Non-academic books about anime
Galbraith, P. (2014) The Moé Manifesto. An Insider’s Look at the Worlds of Manga, Anime, and Gaming. Tuttle Publishing. – This series of interviews of Japanese researchers, artists and otaku is probably the best introduction to anime studies, otaku, and the concept of moe. However, it is quite short and may be thought to lack depth – but that is precisely its goal : to be but an introduction, a “Who’s Who” of sorts.
Miyazaki, H. (translation B. Carry and F. Schodt, 2009) Starting Point, 1976-1996 + Turning Point, 1997-2008. Viz Media. – These two books are a collection of essays, interviews and articles by Hayao Miyazaki. The first volume is undoubtedly the more interesting of the two : it includes accounts of Miyazaki’s early career and all of his theoretical texts, whereas the second one only includes interviews about his movies between 1997 and 2008.
Takeda, Y. (2005) The Notenki Memoirs : Studio Gainax and the Men who Created Evangelion. ADV Manga. – The autobiography of one of Gainax’s founding members is neither objective nor comprehensive ; however, it still remains a valuable document about the birth and development of otaku culture and some of its best works, from Daicon to Evangelion. An extremely well-made online edition is available here.
Clements, J. and McCarthy, H. (2015). The Anime Encyclopedia : A Century of Japanese Animation. 3rd Revised Edition. – As the title indicates, this is an encyclopedia registering anime series, movies, and principal personalities. The entries, always very concise, can be very informative, but that’s not always the case. Moreover, a new edition would be very welcome, especially considering some spectacular misreadings of then-recent anime (such as K-On !, presented as mere lolicon-bait, something that has now been proven false).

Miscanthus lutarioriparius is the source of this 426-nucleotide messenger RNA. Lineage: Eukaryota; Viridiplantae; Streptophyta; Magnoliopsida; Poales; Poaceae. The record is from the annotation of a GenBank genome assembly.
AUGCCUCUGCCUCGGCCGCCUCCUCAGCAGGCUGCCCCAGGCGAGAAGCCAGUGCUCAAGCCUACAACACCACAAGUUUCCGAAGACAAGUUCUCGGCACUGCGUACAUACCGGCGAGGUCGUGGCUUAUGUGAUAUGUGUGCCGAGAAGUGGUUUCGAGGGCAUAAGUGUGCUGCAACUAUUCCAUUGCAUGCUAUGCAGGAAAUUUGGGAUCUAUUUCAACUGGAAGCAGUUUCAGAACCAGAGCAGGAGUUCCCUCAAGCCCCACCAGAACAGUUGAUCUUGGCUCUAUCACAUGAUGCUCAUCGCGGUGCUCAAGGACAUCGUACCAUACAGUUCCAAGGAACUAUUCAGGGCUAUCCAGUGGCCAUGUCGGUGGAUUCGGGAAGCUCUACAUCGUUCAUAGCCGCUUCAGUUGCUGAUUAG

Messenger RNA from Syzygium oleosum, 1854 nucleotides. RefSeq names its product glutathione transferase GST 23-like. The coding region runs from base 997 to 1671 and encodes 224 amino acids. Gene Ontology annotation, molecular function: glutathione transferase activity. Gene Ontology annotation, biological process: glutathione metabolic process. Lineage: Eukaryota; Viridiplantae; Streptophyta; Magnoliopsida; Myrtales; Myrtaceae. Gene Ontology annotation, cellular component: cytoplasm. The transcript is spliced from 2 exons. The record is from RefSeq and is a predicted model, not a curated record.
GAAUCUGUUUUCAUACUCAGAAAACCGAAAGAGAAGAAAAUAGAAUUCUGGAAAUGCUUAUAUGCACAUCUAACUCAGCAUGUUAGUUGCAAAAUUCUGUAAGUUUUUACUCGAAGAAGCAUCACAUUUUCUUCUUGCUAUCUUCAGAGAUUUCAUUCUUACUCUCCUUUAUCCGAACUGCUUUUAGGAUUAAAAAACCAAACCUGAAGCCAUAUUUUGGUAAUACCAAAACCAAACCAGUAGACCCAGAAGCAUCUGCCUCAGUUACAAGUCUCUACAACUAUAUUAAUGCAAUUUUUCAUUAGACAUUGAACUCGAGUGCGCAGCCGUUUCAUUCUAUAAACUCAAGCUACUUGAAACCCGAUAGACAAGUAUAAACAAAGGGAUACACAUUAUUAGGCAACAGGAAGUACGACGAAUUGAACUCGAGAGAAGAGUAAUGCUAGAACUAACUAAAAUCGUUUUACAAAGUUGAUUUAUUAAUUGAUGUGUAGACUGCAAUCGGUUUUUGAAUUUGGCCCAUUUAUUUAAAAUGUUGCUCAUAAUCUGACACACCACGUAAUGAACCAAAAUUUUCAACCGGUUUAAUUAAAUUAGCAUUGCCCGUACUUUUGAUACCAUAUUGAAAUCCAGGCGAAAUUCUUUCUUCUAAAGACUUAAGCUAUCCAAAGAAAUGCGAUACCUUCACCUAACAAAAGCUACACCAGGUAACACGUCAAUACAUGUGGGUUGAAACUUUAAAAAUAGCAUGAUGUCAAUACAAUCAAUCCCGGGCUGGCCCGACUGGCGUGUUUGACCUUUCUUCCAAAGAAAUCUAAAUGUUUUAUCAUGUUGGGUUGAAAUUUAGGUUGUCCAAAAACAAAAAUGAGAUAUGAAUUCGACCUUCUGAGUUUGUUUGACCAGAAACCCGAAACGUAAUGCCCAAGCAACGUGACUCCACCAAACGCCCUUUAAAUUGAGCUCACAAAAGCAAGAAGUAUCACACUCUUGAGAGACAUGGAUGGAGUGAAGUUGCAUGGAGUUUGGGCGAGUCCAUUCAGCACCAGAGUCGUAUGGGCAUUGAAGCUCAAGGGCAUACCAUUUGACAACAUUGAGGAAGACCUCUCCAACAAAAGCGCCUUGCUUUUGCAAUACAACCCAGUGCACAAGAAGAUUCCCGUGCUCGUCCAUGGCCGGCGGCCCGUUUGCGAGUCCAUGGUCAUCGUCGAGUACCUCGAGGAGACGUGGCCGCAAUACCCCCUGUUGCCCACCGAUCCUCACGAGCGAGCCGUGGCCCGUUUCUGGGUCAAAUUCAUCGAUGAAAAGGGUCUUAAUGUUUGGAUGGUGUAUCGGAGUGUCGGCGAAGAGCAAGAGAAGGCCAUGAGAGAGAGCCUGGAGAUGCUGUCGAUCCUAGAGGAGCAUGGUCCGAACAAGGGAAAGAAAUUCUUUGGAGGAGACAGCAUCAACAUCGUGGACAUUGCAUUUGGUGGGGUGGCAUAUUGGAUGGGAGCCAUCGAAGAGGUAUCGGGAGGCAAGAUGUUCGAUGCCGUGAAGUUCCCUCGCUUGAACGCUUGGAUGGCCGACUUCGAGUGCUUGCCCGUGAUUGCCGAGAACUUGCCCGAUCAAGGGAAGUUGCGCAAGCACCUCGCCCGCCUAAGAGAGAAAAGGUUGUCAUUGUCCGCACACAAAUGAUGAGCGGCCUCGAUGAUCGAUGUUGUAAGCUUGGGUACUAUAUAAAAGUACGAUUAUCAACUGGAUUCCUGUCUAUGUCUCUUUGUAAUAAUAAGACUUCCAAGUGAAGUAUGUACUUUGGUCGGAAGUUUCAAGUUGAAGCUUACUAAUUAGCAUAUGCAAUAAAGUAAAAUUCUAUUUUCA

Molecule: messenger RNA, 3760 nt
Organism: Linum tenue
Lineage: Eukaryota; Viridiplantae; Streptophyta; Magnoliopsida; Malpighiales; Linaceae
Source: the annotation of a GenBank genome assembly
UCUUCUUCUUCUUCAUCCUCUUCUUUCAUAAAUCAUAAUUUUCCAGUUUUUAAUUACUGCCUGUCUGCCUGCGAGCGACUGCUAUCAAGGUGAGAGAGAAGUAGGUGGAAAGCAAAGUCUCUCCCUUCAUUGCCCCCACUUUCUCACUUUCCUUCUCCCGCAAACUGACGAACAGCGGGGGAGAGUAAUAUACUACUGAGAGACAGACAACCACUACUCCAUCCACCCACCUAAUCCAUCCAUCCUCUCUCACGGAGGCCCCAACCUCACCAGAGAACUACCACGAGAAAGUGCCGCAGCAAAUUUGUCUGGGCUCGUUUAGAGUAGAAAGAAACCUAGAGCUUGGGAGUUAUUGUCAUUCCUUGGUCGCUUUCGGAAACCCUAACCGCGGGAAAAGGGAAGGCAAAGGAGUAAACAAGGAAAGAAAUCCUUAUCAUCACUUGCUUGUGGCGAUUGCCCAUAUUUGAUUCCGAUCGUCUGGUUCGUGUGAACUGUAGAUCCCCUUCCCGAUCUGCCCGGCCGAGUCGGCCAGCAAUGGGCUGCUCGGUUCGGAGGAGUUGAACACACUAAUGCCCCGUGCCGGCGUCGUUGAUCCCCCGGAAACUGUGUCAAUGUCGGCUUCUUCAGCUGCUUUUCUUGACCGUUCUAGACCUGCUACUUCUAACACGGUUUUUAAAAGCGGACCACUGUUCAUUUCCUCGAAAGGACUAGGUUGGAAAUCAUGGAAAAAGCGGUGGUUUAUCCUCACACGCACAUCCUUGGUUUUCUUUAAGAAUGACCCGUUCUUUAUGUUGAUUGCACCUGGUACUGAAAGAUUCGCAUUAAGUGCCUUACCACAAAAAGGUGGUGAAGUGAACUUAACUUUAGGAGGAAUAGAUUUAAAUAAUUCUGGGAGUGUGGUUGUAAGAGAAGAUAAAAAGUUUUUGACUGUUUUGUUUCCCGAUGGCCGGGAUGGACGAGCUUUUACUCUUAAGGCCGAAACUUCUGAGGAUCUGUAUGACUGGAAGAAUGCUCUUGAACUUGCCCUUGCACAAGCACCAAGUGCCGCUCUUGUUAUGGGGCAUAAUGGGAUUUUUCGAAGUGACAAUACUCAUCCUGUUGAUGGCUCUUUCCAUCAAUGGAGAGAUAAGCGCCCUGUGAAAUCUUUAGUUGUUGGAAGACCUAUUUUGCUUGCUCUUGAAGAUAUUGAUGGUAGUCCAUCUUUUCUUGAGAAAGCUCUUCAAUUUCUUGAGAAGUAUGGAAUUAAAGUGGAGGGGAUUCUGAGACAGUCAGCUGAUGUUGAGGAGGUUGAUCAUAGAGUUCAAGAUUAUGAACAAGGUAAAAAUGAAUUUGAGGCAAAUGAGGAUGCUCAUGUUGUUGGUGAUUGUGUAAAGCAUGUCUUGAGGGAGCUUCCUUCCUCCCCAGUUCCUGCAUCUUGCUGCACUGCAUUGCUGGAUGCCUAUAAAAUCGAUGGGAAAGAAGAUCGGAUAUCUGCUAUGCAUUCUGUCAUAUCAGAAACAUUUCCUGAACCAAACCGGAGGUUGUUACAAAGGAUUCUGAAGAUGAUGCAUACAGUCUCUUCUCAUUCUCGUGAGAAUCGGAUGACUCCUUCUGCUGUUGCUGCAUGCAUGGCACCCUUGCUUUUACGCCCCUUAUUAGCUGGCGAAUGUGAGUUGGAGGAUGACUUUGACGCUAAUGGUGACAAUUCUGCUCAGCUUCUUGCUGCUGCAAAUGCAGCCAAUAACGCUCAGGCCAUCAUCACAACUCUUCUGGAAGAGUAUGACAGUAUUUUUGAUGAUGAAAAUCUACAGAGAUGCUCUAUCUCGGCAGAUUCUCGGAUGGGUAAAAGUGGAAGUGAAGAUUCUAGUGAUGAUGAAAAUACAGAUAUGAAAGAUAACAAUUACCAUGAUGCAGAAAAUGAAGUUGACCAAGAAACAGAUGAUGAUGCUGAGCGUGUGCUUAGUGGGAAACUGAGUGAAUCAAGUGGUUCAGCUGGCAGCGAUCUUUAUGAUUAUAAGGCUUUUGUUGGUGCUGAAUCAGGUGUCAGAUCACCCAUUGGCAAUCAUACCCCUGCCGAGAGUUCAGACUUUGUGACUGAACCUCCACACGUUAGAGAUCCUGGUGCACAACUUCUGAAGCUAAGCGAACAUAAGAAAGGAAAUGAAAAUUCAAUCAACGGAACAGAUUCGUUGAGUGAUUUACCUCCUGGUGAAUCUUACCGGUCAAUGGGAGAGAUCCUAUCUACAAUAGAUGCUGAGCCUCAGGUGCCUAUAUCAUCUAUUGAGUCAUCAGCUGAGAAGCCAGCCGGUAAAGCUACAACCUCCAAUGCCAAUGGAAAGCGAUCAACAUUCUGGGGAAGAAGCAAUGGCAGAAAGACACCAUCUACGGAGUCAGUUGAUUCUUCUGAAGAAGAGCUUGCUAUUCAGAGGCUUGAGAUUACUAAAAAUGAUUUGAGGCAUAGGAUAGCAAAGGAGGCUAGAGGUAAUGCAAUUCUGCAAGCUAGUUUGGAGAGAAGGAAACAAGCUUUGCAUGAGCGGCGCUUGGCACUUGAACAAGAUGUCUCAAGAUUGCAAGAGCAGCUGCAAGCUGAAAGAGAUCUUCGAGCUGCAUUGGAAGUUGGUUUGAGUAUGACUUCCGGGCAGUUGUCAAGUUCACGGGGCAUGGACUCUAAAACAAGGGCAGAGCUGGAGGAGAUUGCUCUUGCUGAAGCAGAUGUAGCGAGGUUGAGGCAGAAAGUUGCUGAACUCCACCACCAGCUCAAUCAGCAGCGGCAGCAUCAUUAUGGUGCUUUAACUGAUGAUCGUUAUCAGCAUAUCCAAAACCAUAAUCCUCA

Academic books about anime
Condry, I. (2013) The Soul of Anime. Collaborative Creativity and Japan’s Media Success Story. Duke University Press. – Simply put, this is my favorite book on anime. Condry’s choice of an anthropological method and field study leads him to focus on anime’s production process and its social aspects. It offers a very diverse perspective, from textual analysis of Mamoru Hosoda’s early films to fansubs and moe theory. Moreover, the simple style and concise format (only 200 pages) make it an easy read and good introduction to anime studies.
Lamarre, T. (2009) The Anime Machine. A Media Theory of Animation. University of Minnesota Press. – The most important book written in English about anime. This seminal book offers a very powerful and systematical account of the moving image and of anime history : whereas many other authors favor the methods of media studies and social sciences, this is probably the only and most compelling philosophical approach to Japanese animation. However, this, associated with Lamarre’s dense style and huge erudition, do not make it the easiest of reads.
Suan, S. (2013) The Anime Paradox : Patterns and Practices Through the Lens of Traditional Japanese Theater. Brill. – While I am skeptical about some of the arguments made, this is without a doubt the best attempt at studying anime at the formal and structural level. A great book in anime studies, but also in art criticism that forms a good companion piece to The Anime Machine, as it complements the latter’s insights on medium with formal remarks.
Lamarre, T. (2018) The Anime Ecology. A Genealogy of Television, Animation, and Game Media. University of Minnesota Press. – This follow-up to The Anime Machine is an even more impressive, dense, and thought-provoking work. It is, however, much more complex than its predecessor. Moreover, if what you’re interested in is just a perspective on anime, this might not be the right place : here, Lamarre embarks on a history of television and video games in order to extend his ideas to a systematic theory of media.